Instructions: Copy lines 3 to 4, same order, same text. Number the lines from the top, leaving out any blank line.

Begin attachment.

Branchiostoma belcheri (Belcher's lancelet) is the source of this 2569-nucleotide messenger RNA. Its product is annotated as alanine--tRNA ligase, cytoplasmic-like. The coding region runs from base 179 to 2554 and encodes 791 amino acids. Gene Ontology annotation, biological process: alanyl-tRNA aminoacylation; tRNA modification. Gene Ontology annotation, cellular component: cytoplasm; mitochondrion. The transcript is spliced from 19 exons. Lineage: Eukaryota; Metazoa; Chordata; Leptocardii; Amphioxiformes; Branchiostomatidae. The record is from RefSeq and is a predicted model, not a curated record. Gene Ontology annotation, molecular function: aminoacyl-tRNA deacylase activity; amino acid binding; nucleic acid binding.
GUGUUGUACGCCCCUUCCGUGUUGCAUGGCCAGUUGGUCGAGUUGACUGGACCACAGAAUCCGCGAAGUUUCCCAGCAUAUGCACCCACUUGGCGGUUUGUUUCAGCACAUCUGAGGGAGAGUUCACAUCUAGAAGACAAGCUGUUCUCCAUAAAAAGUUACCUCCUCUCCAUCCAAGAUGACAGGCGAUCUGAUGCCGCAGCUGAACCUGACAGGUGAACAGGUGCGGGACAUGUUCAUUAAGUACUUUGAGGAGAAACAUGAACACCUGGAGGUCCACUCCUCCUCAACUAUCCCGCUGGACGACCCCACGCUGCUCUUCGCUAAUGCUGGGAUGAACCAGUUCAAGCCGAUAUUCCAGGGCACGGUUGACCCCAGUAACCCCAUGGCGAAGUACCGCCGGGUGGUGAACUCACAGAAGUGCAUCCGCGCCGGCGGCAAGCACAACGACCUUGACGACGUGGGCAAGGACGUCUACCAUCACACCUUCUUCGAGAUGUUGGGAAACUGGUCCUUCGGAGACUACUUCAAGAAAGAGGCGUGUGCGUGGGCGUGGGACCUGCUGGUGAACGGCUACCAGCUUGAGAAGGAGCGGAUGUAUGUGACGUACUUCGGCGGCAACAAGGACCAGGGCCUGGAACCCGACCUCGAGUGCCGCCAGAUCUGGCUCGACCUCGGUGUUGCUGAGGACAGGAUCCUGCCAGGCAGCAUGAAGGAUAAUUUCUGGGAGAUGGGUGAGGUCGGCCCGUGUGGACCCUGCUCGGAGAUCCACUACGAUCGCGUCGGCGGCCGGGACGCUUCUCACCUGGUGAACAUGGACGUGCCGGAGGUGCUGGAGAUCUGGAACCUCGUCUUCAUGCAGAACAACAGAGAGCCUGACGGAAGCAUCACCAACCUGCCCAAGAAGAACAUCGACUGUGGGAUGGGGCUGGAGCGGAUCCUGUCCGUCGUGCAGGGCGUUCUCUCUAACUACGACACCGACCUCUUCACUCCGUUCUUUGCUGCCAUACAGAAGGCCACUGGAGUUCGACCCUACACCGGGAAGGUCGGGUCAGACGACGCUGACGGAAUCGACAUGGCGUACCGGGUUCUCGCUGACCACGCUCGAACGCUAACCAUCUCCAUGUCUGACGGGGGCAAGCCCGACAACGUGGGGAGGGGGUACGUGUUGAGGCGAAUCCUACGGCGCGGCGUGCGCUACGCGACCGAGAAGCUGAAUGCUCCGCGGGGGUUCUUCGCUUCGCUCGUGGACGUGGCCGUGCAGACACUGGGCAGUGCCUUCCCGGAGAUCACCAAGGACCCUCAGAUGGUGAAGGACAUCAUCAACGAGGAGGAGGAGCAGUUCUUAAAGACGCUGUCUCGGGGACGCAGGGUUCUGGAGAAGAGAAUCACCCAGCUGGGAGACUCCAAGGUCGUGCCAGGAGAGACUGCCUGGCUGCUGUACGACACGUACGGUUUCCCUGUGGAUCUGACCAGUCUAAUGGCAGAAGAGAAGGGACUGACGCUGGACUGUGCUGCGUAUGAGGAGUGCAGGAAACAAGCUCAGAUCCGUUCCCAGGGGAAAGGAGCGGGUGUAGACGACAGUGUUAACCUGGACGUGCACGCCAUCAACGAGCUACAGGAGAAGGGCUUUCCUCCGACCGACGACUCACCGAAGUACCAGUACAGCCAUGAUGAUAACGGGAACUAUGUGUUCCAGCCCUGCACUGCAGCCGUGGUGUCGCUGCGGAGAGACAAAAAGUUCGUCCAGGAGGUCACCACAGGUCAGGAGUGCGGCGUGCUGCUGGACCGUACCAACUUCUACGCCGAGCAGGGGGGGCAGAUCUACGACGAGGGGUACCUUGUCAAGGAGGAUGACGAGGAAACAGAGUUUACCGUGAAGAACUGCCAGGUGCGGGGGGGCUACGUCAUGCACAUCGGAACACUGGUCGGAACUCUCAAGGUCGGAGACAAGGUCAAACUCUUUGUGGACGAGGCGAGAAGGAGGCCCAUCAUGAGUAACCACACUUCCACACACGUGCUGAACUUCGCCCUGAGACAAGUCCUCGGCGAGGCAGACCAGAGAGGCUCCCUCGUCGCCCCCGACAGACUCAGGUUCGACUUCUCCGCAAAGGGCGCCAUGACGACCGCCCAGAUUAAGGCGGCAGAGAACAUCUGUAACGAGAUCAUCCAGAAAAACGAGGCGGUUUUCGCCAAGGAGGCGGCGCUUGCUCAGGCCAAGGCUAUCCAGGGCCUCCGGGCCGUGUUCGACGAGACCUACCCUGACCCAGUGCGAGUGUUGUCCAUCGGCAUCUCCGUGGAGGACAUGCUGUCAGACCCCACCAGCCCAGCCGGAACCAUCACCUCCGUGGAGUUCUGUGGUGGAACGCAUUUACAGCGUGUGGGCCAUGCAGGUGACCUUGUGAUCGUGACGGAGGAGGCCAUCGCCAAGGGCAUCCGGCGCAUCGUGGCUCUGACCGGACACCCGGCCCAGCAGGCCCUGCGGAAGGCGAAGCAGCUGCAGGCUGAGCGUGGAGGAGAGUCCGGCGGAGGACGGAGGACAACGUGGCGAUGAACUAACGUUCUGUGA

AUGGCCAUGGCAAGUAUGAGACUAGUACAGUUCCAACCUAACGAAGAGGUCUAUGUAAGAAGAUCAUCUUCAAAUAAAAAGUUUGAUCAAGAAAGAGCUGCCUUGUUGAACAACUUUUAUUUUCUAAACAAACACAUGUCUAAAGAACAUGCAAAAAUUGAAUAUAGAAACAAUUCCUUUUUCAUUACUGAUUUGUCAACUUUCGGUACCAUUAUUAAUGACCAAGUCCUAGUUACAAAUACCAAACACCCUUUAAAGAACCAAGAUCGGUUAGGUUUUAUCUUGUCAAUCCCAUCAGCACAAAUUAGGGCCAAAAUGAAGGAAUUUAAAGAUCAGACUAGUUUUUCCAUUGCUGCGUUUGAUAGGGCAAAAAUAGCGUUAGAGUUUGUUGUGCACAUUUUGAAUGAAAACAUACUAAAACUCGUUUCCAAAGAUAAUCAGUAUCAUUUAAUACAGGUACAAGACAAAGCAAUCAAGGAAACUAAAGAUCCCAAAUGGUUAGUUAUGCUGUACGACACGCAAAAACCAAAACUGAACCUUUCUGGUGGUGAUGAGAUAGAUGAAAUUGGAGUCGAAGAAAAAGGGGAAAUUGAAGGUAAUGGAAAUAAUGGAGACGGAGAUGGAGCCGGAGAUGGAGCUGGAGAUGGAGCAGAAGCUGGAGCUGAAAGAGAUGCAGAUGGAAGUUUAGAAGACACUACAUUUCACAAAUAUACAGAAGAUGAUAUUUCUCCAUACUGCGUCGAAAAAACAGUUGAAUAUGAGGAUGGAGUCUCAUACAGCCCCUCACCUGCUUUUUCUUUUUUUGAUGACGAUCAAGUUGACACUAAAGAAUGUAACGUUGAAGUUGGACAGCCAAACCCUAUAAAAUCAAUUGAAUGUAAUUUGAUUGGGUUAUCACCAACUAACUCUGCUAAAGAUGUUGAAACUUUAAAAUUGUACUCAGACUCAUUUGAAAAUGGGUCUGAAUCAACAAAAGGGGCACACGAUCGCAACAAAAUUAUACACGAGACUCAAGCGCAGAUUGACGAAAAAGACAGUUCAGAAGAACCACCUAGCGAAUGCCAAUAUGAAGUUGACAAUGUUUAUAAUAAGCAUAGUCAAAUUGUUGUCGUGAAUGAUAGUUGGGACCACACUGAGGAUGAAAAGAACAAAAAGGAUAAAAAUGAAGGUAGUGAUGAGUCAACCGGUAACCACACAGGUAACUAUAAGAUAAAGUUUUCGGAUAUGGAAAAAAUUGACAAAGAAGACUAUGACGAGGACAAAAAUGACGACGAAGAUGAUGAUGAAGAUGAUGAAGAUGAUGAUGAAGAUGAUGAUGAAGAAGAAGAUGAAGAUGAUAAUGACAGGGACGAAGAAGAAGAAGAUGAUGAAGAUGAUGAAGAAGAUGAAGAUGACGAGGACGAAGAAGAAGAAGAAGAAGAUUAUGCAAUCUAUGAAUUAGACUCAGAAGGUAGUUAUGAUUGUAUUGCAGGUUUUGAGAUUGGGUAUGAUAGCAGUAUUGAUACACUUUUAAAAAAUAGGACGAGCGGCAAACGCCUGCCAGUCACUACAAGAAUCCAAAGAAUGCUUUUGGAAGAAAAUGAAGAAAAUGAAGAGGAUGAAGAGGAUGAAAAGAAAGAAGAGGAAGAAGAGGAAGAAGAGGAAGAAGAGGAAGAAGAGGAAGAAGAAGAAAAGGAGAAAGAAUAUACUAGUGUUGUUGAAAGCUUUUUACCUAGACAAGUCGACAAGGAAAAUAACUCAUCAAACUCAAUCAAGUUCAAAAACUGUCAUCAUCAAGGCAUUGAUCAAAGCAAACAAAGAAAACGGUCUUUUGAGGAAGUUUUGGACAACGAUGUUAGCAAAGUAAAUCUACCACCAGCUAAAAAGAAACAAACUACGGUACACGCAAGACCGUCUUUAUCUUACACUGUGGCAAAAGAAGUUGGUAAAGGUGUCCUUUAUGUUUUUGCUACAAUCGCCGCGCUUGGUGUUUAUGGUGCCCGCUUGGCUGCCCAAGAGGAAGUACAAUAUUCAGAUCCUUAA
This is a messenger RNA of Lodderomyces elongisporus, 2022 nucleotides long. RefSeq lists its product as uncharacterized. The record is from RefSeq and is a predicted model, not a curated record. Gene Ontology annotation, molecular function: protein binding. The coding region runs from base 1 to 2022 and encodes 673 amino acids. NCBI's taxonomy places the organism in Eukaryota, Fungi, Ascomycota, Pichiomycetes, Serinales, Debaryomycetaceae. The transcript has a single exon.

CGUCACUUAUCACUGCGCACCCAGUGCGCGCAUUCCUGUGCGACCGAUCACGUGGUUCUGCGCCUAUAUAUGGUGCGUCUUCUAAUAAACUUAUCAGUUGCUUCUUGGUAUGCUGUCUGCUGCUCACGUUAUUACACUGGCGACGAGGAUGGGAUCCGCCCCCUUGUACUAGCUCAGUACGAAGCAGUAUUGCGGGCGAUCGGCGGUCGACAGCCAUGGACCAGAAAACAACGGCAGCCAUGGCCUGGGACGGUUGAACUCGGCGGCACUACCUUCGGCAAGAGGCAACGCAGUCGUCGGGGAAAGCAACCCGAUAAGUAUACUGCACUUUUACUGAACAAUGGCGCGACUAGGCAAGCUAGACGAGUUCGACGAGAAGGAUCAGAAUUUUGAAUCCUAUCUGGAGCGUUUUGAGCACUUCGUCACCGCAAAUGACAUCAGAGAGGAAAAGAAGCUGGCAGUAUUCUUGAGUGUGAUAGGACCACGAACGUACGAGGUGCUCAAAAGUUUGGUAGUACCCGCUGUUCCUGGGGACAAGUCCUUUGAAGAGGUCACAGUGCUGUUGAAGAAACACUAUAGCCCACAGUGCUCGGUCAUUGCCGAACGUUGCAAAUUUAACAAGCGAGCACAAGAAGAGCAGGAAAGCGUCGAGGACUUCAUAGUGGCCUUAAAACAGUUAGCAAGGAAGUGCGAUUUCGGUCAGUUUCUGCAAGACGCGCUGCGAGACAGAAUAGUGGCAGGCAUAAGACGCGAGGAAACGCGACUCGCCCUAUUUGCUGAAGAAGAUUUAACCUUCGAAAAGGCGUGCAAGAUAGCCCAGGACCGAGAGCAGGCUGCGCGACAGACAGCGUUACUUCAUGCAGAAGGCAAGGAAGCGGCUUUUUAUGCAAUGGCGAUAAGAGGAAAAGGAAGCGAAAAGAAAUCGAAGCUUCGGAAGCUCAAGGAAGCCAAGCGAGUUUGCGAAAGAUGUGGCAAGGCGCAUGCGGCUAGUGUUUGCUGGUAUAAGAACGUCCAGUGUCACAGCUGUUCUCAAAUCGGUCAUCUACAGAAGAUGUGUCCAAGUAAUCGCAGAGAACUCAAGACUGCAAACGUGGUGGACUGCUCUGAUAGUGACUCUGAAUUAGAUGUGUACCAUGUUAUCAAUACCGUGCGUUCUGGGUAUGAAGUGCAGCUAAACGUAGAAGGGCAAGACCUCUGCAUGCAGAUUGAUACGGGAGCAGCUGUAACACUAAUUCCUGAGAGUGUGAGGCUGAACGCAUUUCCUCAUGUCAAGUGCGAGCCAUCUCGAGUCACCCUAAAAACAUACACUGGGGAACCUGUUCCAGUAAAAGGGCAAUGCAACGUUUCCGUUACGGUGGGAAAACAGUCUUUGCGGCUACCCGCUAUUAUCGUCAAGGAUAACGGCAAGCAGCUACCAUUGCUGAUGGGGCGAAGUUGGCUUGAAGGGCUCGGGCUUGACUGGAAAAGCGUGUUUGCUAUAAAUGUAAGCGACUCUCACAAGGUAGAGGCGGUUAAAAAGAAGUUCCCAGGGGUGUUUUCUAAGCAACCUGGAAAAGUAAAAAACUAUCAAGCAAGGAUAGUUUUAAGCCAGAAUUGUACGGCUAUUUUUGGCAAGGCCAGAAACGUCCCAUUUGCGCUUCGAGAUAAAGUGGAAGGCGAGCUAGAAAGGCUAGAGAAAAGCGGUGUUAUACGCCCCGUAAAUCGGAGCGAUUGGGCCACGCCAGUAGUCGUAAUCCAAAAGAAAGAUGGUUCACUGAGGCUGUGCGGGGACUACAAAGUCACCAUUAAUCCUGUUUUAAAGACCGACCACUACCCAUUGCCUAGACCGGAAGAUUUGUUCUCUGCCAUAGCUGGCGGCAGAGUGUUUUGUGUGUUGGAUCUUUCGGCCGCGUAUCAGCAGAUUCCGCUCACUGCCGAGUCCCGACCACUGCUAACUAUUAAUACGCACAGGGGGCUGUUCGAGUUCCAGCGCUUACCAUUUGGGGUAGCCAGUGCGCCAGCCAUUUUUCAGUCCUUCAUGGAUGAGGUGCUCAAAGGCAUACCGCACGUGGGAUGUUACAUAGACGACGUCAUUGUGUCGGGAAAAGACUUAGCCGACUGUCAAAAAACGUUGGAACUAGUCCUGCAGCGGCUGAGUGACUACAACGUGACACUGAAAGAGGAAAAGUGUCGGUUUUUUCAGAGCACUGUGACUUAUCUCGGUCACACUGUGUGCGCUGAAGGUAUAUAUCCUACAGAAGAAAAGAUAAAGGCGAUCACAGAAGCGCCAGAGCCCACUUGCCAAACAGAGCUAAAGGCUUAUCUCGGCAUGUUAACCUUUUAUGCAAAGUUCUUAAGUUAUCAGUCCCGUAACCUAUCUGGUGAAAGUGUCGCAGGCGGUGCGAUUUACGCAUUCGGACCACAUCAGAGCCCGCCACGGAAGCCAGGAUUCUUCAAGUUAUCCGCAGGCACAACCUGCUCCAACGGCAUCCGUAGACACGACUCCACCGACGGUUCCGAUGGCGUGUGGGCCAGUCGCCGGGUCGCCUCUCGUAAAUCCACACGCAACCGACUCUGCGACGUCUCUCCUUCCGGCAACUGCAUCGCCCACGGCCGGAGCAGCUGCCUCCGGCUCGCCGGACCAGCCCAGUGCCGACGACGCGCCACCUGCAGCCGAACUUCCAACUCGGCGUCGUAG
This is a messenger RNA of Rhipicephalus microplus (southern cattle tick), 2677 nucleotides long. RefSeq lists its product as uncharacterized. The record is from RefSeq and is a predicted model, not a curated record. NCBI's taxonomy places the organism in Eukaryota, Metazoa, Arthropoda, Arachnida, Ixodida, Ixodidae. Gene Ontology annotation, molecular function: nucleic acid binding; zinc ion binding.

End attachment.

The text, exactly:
AUGGCCAUGGCAAGUAUGAGACUAGUACAGUUCCAACCUAACGAAGAGGUCUAUGUAAGAAGAUCAUCUUCAAAUAAAAAGUUUGAUCAAGAAAGAGCUGCCUUGUUGAACAACUUUUAUUUUCUAAACAAACACAUGUCUAAAGAACAUGCAAAAAUUGAAUAUAGAAACAAUUCCUUUUUCAUUACUGAUUUGUCAACUUUCGGUACCAUUAUUAAUGACCAAGUCCUAGUUACAAAUACCAAACACCCUUUAAAGAACCAAGAUCGGUUAGGUUUUAUCUUGUCAAUCCCAUCAGCACAAAUUAGGGCCAAAAUGAAGGAAUUUAAAGAUCAGACUAGUUUUUCCAUUGCUGCGUUUGAUAGGGCAAAAAUAGCGUUAGAGUUUGUUGUGCACAUUUUGAAUGAAAACAUACUAAAACUCGUUUCCAAAGAUAAUCAGUAUCAUUUAAUACAGGUACAAGACAAAGCAAUCAAGGAAACUAAAGAUCCCAAAUGGUUAGUUAUGCUGUACGACACGCAAAAACCAAAACUGAACCUUUCUGGUGGUGAUGAGAUAGAUGAAAUUGGAGUCGAAGAAAAAGGGGAAAUUGAAGGUAAUGGAAAUAAUGGAGACGGAGAUGGAGCCGGAGAUGGAGCUGGAGAUGGAGCAGAAGCUGGAGCUGAAAGAGAUGCAGAUGGAAGUUUAGAAGACACUACAUUUCACAAAUAUACAGAAGAUGAUAUUUCUCCAUACUGCGUCGAAAAAACAGUUGAAUAUGAGGAUGGAGUCUCAUACAGCCCCUCACCUGCUUUUUCUUUUUUUGAUGACGAUCAAGUUGACACUAAAGAAUGUAACGUUGAAGUUGGACAGCCAAACCCUAUAAAAUCAAUUGAAUGUAAUUUGAUUGGGUUAUCACCAACUAACUCUGCUAAAGAUGUUGAAACUUUAAAAUUGUACUCAGACUCAUUUGAAAAUGGGUCUGAAUCAACAAAAGGGGCACACGAUCGCAACAAAAUUAUACACGAGACUCAAGCGCAGAUUGACGAAAAAGACAGUUCAGAAGAACCACCUAGCGAAUGCCAAUAUGAAGUUGACAAUGUUUAUAAUAAGCAUAGUCAAAUUGUUGUCGUGAAUGAUAGUUGGGACCACACUGAGGAUGAAAAGAACAAAAAGGAUAAAAAUGAAGGUAGUGAUGAGUCAACCGGUAACCACACAGGUAACUAUAAGAUAAAGUUUUCGGAUAUGGAAAAAAUUGACAAAGAAGACUAUGACGAGGACAAAAAUGACGACGAAGAUGAUGAUGAAGAUGAUGAAGAUGAUGAUGAAGAUGAUGAUGAAGAAGAAGAUGAAGAUGAUAAUGACAGGGACGAAGAAGAAGAAGAUGAUGAAGAUGAUGAAGAAGAUGAAGAUGACGAGGACGAAGAAGAAGAAGAAGAAGAUUAUGCAAUCUAUGAAUUAGACUCAGAAGGUAGUUAUGAUUGUAUUGCAGGUUUUGAGAUUGGGUAUGAUAGCAGUAUUGAUACACUUUUAAAAAAUAGGACGAGCGGCAAACGCCUGCCAGUCACUACAAGAAUCCAAAGAAUGCUUUUGGAAGAAAAUGAAGAAAAUGAAGAGGAUGAAGAGGAUGAAAAGAAAGAAGAGGAAGAAGAGGAAGAAGAGGAAGAAGAGGAAGAAGAGGAAGAAGAAGAAAAGGAGAAAGAAUAUACUAGUGUUGUUGAAAGCUUUUUACCUAGACAAGUCGACAAGGAAAAUAACUCAUCAAACUCAAUCAAGUUCAAAAACUGUCAUCAUCAAGGCAUUGAUCAAAGCAAACAAAGAAAACGGUCUUUUGAGGAAGUUUUGGACAACGAUGUUAGCAAAGUAAAUCUACCACCAGCUAAAAAGAAACAAACUACGGUACACGCAAGACCGUCUUUAUCUUACACUGUGGCAAAAGAAGUUGGUAAAGGUGUCCUUUAUGUUUUUGCUACAAUCGCCGCGCUUGGUGUUUAUGGUGCCCGCUUGGCUGCCCAAGAGGAAGUACAAUAUUCAGAUCCUUAA
This is a messenger RNA of Lodderomyces elongisporus, 2022 nucleotides long. RefSeq lists its product as uncharacterized. The record is from RefSeq and is a predicted model, not a curated record. Gene Ontology annotation, molecular function: protein binding. The coding region runs from base 1 to 2022 and encodes 673 amino acids. NCBI's taxonomy places the organism in Eukaryota, Fungi, Ascomycota, Pichiomycetes, Serinales, Debaryomycetaceae. The transcript has a single exon.